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Hundreds of Native Children Died at Government Boarding Schools: U.S. Report

Over 500 Native children died at boarding schools the federal government forced them to attend over a 150-year period, the Interior Department reported.

Five female students, c. 1880, Photo: Carlisle Indian School Digital Resource Center

Hundreds of Native children died at boarding schools the U.S. government forced them to attend from 1819 to 1969 in a violent, racist attempt to assimilate Native people and take their territories, according to an Interior Department report.

The report released Wednesday, commissioned by Interior Secretary Deb Haaland, found that around 19 federal Indian boarding schools accounted for over 500 deaths of American Indian, Alaska Native and Native Hawaiian children. The number is likely to grow as Haaland’s Federal Indian Boarding School Initiative’s investigation continues.

There were over 400 such federal schools across 37 states. The investigation found burial sites at over 50 of the schools, some unmarked.

Over the span of 150 years, federal Indian boarding school policies forcibly removed Native children from their families and relocated them to these institutions, “resulting in the twin goals of cultural assimilation and territorial dispossession of Indigenous peoples,” the report said.

The boarding school system renamed students with English names, cut their hair, and barred them from using Native languages and cultural practices, the investigation found. Children were abused with corporal punishment, solitary confinement, flogging, withholding food, whipping and slapping.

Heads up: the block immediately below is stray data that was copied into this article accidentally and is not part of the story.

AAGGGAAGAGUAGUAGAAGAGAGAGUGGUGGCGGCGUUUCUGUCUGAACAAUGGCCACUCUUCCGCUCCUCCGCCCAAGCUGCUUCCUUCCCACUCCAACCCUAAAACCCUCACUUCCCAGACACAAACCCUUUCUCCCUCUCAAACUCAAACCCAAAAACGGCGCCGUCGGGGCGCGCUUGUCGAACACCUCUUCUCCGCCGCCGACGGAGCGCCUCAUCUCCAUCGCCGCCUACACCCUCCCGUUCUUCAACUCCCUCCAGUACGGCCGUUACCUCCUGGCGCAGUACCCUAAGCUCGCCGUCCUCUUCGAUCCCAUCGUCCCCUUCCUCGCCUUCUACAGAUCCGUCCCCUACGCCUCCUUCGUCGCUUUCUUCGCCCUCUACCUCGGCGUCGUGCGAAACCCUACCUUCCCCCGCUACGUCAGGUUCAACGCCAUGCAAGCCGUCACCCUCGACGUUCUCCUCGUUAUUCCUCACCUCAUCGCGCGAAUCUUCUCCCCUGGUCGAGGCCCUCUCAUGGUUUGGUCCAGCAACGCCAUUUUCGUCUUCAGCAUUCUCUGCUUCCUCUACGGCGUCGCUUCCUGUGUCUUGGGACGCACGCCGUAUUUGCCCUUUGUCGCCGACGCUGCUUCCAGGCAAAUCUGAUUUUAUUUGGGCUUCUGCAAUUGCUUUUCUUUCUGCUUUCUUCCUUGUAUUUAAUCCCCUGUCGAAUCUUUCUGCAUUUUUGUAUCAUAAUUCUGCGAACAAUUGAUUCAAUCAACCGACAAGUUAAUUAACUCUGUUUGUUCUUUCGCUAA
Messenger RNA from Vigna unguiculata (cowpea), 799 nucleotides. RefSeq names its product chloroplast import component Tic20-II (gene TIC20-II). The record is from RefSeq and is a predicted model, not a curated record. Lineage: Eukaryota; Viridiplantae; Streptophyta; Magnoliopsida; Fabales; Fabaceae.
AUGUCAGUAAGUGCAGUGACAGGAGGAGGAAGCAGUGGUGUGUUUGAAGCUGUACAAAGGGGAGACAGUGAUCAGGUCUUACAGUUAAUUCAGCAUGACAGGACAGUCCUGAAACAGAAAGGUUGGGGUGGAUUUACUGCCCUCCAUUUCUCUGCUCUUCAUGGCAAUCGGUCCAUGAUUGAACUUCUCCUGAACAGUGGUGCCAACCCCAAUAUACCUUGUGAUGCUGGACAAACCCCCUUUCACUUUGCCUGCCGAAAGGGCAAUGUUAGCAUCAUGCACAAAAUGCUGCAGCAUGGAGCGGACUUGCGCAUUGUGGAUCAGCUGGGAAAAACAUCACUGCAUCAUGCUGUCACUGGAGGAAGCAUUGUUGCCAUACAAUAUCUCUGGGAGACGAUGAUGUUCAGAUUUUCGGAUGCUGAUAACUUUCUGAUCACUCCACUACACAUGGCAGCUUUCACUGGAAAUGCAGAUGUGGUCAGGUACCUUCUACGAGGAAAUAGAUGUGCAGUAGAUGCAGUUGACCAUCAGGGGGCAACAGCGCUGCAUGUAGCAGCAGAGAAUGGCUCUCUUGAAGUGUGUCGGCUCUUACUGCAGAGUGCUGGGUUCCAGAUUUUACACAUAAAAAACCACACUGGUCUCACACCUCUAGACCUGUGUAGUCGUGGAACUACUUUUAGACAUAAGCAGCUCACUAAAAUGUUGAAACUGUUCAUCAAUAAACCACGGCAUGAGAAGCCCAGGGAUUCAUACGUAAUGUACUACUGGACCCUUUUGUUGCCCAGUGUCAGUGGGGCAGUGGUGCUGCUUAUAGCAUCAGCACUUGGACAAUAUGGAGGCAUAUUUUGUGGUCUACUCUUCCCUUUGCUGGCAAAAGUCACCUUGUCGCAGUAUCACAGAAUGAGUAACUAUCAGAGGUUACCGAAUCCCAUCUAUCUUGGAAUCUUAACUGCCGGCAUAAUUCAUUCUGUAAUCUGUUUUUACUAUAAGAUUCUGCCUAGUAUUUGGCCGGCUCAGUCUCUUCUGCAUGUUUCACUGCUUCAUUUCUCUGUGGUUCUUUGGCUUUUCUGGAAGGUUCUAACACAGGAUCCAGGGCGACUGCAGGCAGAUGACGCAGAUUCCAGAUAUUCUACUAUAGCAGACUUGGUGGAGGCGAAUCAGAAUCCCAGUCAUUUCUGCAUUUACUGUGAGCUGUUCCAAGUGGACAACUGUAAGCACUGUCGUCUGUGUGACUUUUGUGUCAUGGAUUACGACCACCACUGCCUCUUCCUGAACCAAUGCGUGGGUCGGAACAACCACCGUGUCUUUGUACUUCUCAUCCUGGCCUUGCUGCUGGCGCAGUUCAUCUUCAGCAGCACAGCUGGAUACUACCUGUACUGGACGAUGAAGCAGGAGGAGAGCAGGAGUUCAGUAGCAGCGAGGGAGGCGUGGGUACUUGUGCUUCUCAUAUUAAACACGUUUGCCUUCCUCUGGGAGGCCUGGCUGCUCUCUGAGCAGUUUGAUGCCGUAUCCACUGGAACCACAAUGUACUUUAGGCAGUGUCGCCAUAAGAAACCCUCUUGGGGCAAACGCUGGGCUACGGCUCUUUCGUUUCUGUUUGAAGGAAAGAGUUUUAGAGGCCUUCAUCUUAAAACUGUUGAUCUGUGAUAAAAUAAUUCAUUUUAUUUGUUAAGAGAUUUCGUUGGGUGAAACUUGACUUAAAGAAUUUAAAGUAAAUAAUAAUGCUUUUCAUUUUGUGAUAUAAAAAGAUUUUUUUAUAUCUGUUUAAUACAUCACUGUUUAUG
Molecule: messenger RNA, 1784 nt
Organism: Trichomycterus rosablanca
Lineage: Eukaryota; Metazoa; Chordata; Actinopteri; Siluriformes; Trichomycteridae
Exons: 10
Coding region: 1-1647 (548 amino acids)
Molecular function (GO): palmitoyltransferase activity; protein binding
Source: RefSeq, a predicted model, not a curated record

“The intergenerational trauma caused by the family separation and cultural eradication inflicted upon generations of children as young as 4 years old are heartbreaking and undeniable,” Haaland, the first Native person to be Cabinet secretary, said in a statement releasing the report. She added that her initiative aims to “give voice” to survivors of these schools, and address the “lasting legacies” of these policies on Indigenous communities to this day.

Haaland launched the Indian Boarding School Initiative in June 2021 after more than 750 bodies of Native children were found buried at an Indigenous residential school in Canada.

From the 1800s through the 1960s, hundreds of thousands of Native children were taken from their families and homes and forced to attend U.S. federal boarding schools, The New York Times reported.

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Haaland has said her own grandparents attended such schools in the U.S.

Among its recommendations, the report suggested making a list of marked and unmarked burial sites at federal Indian boarding schools and further investigating the boarding school system’s lasting trauma on Native communities today.

Sarah Ruiz-Grossman is a reporter based in the San Francisco Bay Area, covering news and politics, including inequality, climate and racial justice.